London: In February 2021 Rashmi Samant, an Indian post-graduate student was victorious in her bid for the Presidency of the Students Union at Oxford University. Samant, a MSC student in sustainable energy systems at Linacre College, set out to reform Oxford and campaigned on a platform of de-colonization and inclusivity for marginalised groups- Covid interventions for all- Decarbonizing the university and access to quality mental health resources. Previously Samant had enjoyed being part of a mental health task force for 12,000 undergraduates as a sab officer in India, where she said mental health remains a taboo.
The election was highly contested, with a record number of 36,405 votes recorded; Samant won 53% of the vote share. Samant was the first Indian to be elected as President of the Oxford SU.
Almost immediately after Samant’s landslide victory a collection of social media posts that Samant made during 2017-2018 were unearthed and she was branded anti-semitic, racist and transphobic.
These post were attributed to be a young lady’s innocent attempt at puns, from a girl who had led a sheltered life in Udupi and had no idea about the etiquette of political correctness; during her campaign she was unaware what she considered harmless old posts would bounce back to bite her. Samant sincerely apologised for her mistakes and errors of judgement in an open letter, but the aggressive social media abuse and hate mail continued to shatter her confidence, and in a fragile state of mind she resigned a couple of days after her apology.
One of the protagonists of the toxic social media retaliation against Samant and Hinduism, was an Oxford faculty member named Dr Abhijit Sarkar, who in a personal capacity appears to delight in defaming the BJP and Hinduism. Sargar had insulted Devi Sarawasti, the Samant parents, the state of Karnataka and Kangana Ranaut.
Dr Sarkar, a British Academy Postdoctoral Researcher at New College Oxford, whose publications deal with themes in the history and anthropology of modern South Asia, including a long article on how the Hindu Mahasabha exploited the Bengal Famine of 1943–44 to instigate tensions between Hindus and Muslims.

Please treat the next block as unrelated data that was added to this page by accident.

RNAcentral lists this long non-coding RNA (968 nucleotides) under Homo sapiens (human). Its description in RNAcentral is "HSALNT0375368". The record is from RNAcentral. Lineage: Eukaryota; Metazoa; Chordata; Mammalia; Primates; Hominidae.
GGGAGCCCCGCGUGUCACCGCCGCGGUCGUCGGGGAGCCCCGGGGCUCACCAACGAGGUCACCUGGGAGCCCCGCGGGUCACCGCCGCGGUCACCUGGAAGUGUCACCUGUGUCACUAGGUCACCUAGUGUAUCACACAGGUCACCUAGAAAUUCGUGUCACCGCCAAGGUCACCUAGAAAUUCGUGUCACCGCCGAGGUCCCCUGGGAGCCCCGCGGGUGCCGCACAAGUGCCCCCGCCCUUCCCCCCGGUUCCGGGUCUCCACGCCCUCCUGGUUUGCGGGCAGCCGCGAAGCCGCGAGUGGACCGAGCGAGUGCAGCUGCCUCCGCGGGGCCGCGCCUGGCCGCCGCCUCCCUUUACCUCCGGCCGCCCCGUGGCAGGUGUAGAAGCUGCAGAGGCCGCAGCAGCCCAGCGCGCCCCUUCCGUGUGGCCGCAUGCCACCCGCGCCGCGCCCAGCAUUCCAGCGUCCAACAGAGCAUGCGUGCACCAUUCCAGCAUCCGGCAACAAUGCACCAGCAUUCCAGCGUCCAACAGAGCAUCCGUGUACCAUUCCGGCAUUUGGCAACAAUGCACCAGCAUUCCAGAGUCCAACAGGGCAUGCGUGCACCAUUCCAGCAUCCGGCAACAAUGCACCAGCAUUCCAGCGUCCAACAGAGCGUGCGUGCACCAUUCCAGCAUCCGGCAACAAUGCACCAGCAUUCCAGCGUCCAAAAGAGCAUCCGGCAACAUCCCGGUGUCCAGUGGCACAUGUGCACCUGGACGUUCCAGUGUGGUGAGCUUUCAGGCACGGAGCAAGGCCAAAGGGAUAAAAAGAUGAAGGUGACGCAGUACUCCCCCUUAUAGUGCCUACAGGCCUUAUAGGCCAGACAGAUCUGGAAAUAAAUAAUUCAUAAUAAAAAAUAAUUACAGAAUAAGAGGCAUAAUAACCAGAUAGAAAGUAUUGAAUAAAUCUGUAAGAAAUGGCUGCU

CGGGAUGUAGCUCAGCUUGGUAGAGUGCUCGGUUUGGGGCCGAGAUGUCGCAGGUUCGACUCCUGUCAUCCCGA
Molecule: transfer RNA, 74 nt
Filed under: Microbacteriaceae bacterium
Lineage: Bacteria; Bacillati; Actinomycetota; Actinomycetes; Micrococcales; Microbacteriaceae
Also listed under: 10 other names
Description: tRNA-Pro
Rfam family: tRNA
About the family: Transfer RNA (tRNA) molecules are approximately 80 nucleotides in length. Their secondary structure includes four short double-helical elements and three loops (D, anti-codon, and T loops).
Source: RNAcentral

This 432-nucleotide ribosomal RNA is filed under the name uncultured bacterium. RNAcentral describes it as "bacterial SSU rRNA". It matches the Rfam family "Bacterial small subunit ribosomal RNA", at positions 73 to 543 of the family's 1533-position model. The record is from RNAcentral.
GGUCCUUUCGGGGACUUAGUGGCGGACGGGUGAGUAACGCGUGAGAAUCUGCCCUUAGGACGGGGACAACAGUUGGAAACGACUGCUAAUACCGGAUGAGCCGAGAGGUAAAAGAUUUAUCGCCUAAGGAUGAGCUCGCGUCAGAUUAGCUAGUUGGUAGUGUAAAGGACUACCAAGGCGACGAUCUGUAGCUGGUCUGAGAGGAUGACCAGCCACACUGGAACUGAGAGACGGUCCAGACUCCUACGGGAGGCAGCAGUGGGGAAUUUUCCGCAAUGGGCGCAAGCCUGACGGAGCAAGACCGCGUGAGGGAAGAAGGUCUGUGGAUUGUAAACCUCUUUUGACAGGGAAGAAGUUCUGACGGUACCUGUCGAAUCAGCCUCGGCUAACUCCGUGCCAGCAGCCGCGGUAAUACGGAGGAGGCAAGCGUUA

Sarkar’s biography proclaims “So far, I have won research-funding of approximately a million pounds from various prestigious funding bodies.”
Among the groups that coalesced for Samant’s resignation were The Oxford Campaign for Racial Awareness and Equality, Oxford India Society, Oxford Hindu Society, Oxford South Asian Society, Junior Common Room Groups, the Oxford LGBTQ+, the Oxford Jewish Society, and the Oxford University Chinese Society who said ““Regrettably, we have not yet heard anything directly from Rashimi Samant. Her long-overdue public apology does not seem sincere to the OUCS. In her apology letter, Rashimi seems to be avoiding addressing her mistakes directly, and it does not show her taking responsibility for her insensitivity to race or ignorance towards the trans community. We cannot see Rashmi as the SU president we “rightfully deserve” or trust.”
Hindu On Campus, a student group that creates a safe space for diaspora Hindus to share their anti-Hindu and experiences of racism, raised a support group for Samant. Two British Hindu students made a video claiming Sarkar’s bigoted comments had compromised Hindu student’s “safe pace”.
It is understood that Samant filed a complaint against Oxford University and Satish K.Sharma, known as The British Hindu and also Senior Managing Director of the Global Hindu Federation, filed a complaint against Sarkar with the Thames Valley Police.
This reporter reached out to the Oxford Vice Chancellor on three occasions, on 24 March a reply came from the Head of Communications “The University is fully committed to creating an environment where people of all backgrounds, including our Hindu students and staff, can feel welcome, valued and respected. We have strong policies in place to protect our students and staff against all forms of harassment, including online harassment…” and promised support for staff and students and an investigation.
No reply to the second outreach of 25 March which requested information about the serious allegations from India that this smear campaign was a collaborative effort between lobby groups from Pakistan, China and left-wing organisations.
On 16 July Adhitya Srinivasan, Samant’s attorney, announced Oxford has concluded the investigation into Samant’s harassment complaint and he was pleased with the outcome. Srinivasan said no more details were available and that he was sorry Samant had been subjected to such a public humiliation. Social media and Indian media was awash with felicitations that Samant was vindicated.
It is unclear if there have been any consequences for Sarkar.
On 20 July the Strategic Director of Communications at Oxford University sent this reporter a statement “The outcome of the independent investigation into online comments made by a staff member from a private, non-University account, has now concluded and made its recommendations. The process remains confidential and the University will not be making any further comment on the case, and has asked all parties concerned to respect the confidentiality of all involved.”
Thames Valley Police and Samant did not respond to reach-out. This case has been brought to the attention of not only the Oxford Governance Board but the Prime Ministers of both India and UK, in the interest of transparency and reconciliation what happened should be made public.